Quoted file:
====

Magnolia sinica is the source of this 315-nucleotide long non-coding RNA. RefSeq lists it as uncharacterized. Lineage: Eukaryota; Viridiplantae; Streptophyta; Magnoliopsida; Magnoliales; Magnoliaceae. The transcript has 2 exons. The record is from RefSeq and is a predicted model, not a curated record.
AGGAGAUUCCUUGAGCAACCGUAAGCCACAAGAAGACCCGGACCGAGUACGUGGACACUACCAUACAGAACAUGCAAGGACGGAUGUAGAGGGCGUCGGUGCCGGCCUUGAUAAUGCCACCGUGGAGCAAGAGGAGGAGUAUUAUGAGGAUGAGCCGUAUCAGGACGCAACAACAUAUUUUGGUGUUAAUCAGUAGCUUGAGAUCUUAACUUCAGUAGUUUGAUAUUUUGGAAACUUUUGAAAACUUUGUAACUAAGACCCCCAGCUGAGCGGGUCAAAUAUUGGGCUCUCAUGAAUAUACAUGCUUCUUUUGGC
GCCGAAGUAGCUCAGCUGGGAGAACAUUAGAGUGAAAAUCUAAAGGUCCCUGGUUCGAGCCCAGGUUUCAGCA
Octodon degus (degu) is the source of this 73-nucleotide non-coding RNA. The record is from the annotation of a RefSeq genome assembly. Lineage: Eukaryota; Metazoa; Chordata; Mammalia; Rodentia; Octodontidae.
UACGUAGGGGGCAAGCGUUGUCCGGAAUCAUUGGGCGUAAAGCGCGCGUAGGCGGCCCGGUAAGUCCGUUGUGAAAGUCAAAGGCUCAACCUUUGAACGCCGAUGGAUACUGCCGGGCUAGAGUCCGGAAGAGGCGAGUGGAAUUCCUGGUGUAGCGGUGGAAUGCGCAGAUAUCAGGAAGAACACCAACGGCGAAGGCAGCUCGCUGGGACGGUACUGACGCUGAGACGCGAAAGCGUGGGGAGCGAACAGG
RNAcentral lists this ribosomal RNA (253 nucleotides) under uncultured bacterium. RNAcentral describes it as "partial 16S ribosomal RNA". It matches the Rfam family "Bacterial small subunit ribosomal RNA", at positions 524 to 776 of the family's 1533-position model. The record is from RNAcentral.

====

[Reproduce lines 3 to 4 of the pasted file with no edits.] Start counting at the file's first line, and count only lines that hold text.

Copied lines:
GCCGAAGUAGCUCAGCUGGGAGAACAUUAGAGUGAAAAUCUAAAGGUCCCUGGUUCGAGCCCAGGUUUCAGCA
Octodon degus (degu) is the source of this 73-nucleotide non-coding RNA. The record is from the annotation of a RefSeq genome assembly. Lineage: Eukaryota; Metazoa; Chordata; Mammalia; Rodentia; Octodontidae.